John Dryden dedicates All for Love to an aristocratic patron: Thomas Osborne, Earl of Danby. Dryden claims that poets are less noble than politicians and public figures, since they can only write about “worthy actions,” whereas others can actually do them. But he also argues that poets are important to a commonwealth because they chronicle the great deeds and history of their country. Kings and aristocrats should patronize poets, he suggests, because poets will preserve their reputation for future generations.
Here Dryden expresses conflicting views about the site of authority in 1600s England. On the one hand, he argues that politicians and aristocrats have the real power to perform “worthy actions.” On the other hand, he suggests that it’s poets who have the ultimate authority to preserve their deeds for future generations by writing about them.
Dryden praises Osborne—who served as Lord High Treasurer to King Charles II—for his good financial stewardship and leadership in the face of accusations of bribery. He points out that a king can often be judged by his choice of ministers, and he calls Osborne the perfect “copy” and “emanation” of King Charles’s goodness.
Dryden praises Osborne for his constancy through the political upheavals of the period. Osborne headed off the political challenges of his enemies and remained loyal to King Charles II, even though the king had many enemies.
This praise of Osborne’s virtues leads Dryden to a larger consideration of the merits of the English constitutional monarchy, which Dryden calls the best form of government in the world. He argues that the English have significant freedoms while still retaining the benefit of a monarchy—a monarchy that is “without tyranny.” By contrast, Dryden calls a republic a “specious [i.e. false] name” that claims to offer liberty to its citizens but isn’t actually free. He argues that a monarchy always has some checks on its power, while in a republic the elected representatives are free to oppress the very people they are supposed to be representing.
Dryden praises the English constitutional monarchy for what he sees as its perfect mix of authority and freedom. The English have a strong central government under a powerful monarch, but citizens also have liberty to make certain personal choices about, say, their religion. Dryden’s problem with republics is that, according to him, they only claim to be free—they actually are just as authoritative as monarchies, if not more so, but hypocritically claim to offer more liberty.
Furthermore, Dryden argues that a constitutional monarchy is the ideal form of government for England, an island kingdom which he thinks is more fit for “commerce and defense” than invading and conquering other countries. It is difficult to gather taxes to support war overseas, so large overseas empires tend to require absolute government in order to force their citizens to pay taxes and press them into military service. But people are generally willing to pay taxes to support defense, so England’s non-tyrannical form of monarchy is the best fit for its lack of imperial ambitions.
Here Dryden offers another series of justifications for England’s mixture of authority and freedom. His reasons—which have to do with England’s lack of interest in levying taxes to invade other countries—suggest that he does not see freedom as an absolute good. Rather, he thinks that the freedom afforded to English citizens is the right fit for the constitutional monarchy at this time. His reasons for supporting freedom are thus primarily pragmatic. Dryden’s celebration of England’s non-imperial ambitions is also ironic considering its later expansion into a global empire.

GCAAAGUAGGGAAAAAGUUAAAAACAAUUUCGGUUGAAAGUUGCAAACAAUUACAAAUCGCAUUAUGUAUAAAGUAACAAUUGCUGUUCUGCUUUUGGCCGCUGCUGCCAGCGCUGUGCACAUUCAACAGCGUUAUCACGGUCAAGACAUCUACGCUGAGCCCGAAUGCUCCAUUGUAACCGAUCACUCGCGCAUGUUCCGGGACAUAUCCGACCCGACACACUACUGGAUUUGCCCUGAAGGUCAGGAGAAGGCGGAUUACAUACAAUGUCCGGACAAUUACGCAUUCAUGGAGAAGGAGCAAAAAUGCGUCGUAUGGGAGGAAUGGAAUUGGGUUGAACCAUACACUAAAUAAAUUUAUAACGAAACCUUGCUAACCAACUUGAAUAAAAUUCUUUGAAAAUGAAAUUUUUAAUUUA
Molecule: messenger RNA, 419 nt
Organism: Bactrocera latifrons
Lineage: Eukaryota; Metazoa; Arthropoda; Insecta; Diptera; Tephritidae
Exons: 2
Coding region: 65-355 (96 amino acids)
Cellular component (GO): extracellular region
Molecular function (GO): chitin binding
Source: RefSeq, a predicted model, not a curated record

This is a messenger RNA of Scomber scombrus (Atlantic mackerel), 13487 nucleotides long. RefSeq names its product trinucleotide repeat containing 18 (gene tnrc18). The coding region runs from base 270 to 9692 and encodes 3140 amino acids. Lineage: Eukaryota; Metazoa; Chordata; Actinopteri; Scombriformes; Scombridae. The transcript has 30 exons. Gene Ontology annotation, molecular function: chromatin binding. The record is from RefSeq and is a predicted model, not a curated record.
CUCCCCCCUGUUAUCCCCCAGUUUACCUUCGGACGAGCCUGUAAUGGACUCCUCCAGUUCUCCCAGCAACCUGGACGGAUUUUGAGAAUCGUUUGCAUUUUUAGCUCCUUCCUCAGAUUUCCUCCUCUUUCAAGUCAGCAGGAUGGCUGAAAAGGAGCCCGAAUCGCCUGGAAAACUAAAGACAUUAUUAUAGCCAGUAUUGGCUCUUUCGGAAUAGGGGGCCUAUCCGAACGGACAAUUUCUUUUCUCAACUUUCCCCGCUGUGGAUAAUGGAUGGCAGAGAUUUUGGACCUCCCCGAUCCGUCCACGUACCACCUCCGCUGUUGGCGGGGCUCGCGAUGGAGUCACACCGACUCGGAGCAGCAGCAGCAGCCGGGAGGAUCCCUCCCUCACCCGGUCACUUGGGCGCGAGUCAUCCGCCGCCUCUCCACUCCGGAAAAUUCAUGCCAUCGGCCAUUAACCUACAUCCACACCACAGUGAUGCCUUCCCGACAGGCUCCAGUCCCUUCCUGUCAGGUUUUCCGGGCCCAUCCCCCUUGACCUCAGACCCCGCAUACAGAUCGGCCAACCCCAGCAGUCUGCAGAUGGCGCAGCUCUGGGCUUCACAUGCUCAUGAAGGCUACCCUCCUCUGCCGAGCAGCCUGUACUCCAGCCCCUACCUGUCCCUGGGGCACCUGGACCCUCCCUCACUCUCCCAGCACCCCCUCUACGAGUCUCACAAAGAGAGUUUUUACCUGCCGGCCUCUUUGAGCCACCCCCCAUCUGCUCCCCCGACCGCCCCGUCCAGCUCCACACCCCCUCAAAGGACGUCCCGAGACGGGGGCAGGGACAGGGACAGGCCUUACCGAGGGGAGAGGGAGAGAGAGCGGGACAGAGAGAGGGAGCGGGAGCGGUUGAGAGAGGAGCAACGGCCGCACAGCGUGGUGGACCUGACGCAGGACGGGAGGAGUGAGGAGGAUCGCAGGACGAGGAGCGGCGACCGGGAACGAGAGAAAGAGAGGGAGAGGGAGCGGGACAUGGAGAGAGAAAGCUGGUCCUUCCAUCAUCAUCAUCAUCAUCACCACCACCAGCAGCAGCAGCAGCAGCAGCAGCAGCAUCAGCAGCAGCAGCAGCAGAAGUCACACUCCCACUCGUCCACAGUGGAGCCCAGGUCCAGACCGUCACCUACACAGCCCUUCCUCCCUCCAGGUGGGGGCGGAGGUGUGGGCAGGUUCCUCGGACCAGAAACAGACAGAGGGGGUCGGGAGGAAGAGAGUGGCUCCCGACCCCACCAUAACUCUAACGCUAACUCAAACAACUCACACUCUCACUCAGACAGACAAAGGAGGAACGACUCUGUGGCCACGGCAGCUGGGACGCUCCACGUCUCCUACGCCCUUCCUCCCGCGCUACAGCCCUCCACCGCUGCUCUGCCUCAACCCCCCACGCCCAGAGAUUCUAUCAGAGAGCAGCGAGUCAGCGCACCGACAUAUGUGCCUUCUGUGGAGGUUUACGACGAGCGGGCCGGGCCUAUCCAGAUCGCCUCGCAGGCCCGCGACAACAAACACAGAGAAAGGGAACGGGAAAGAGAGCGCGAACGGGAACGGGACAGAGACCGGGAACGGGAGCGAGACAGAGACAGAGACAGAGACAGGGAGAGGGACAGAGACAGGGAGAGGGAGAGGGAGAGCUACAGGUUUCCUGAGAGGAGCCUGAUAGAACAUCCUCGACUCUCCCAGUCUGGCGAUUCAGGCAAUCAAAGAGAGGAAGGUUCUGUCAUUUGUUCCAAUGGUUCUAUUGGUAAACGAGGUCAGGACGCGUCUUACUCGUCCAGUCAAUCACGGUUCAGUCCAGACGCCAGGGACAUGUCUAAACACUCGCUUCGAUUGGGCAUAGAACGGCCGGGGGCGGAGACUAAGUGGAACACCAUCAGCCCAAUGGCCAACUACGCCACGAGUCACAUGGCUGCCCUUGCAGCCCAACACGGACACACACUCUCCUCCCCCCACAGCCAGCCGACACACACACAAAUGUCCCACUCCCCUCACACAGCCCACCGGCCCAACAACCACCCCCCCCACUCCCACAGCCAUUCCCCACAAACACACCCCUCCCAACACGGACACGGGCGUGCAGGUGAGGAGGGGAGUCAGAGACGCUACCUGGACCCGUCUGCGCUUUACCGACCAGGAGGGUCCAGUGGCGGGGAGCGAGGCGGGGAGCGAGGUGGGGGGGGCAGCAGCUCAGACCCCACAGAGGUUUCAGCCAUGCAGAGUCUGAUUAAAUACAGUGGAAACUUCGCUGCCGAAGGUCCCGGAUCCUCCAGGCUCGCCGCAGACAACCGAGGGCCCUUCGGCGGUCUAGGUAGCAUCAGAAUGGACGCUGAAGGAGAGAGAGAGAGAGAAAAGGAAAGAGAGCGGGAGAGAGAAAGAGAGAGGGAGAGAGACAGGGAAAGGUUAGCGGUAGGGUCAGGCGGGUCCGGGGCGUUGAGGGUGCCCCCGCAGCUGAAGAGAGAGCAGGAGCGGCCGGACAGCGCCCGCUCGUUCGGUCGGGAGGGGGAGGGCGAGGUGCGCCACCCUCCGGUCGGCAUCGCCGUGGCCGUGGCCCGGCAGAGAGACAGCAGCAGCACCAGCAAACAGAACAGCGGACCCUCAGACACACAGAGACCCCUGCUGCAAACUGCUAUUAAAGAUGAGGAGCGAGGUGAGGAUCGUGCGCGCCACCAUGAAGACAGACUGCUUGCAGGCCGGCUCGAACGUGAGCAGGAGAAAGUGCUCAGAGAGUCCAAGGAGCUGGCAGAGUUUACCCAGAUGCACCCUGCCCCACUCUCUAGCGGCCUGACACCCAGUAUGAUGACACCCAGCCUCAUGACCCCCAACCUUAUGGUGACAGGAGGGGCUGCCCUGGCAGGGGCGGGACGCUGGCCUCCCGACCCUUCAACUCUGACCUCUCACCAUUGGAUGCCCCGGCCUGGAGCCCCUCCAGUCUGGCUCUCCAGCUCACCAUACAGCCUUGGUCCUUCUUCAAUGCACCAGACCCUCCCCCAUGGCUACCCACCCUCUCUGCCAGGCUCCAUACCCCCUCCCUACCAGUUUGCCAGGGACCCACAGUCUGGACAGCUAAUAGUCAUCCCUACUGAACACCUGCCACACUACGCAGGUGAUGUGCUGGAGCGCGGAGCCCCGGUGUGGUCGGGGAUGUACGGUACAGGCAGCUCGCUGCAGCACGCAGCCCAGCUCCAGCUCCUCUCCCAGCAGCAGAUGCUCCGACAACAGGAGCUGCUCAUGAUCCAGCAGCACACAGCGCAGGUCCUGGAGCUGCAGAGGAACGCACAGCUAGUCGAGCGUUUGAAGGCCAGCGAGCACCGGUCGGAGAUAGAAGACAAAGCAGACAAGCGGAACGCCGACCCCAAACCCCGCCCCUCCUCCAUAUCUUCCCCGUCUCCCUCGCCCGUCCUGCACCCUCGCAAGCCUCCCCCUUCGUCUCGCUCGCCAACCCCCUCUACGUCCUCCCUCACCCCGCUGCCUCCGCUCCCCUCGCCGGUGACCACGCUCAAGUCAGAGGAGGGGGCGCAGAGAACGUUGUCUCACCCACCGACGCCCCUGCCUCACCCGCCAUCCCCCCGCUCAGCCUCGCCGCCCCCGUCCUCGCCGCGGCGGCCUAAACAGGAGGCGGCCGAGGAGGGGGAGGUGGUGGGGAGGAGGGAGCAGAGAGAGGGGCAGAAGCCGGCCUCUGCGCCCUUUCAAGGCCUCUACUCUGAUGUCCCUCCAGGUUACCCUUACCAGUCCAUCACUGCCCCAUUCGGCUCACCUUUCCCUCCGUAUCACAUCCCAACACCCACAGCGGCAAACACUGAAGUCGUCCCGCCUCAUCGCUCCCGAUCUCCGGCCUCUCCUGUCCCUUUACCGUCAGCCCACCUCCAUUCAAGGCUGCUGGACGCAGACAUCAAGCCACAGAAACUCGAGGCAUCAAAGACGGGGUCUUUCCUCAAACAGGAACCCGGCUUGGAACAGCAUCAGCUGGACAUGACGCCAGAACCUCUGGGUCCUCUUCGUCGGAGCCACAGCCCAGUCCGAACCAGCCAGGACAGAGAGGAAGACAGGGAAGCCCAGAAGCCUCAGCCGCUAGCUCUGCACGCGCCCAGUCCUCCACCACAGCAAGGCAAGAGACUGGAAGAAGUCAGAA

For all these benefits of England’s current form of government, however, Dryden admits that there are some people who want a change. He thinks this is wrong, since English citizens are already as free as they can be—any additional freedom would just be “license,” or a pushing of boundaries beyond what is acceptable. He also dismisses the argument that England needs more religious freedom, pointing out that no one in the country is actively persecuted for their beliefs. He thinks that all attempts at “reform” are dangerous, since any rebellion—even if it just claims to want to reform rather than take down the government—strikes at “the root of power, which is obedience.”
Dryden’s attitude toward reform reveals his fundamentally conservative political principles on the question of authority vs. freedom. He claims that English citizens have freedom, but seems hostile to the idea that they might try to change their government. This is because he had experienced the upheaval of civil war in his own lifetime, and so tends to see all rebellion as a form of “license.” When people are given too much freedom, Dryden thinks, authority will crumble.
Dryden explains that he has addressed these thoughts on English politics to Osborne because the earl has a long history of loyalty to the English monarchy (Osborne’s father fought for Charles II’s father, Charles I, during the English Civil War). Dryden praises Osborne for sacrificing his private life and comfort in the name of public service. He apologizes for writing such a long dedication that doesn’t even mention the poem he has written, but ends by admitting that he doesn’t think Osborne will have the time to read it, given his busy schedule of public duties.
During times of political unrest, Dryden values continuity and loyalty. Osborne was rewarded for his family’s constancy to Charles II after the Civil War. The fact that Dryden praises him for these virtues suggests that post-Civil War English elite society looked to the constants in life—like the loyalty of Osborne’s family—in order to ensure against another disastrous change.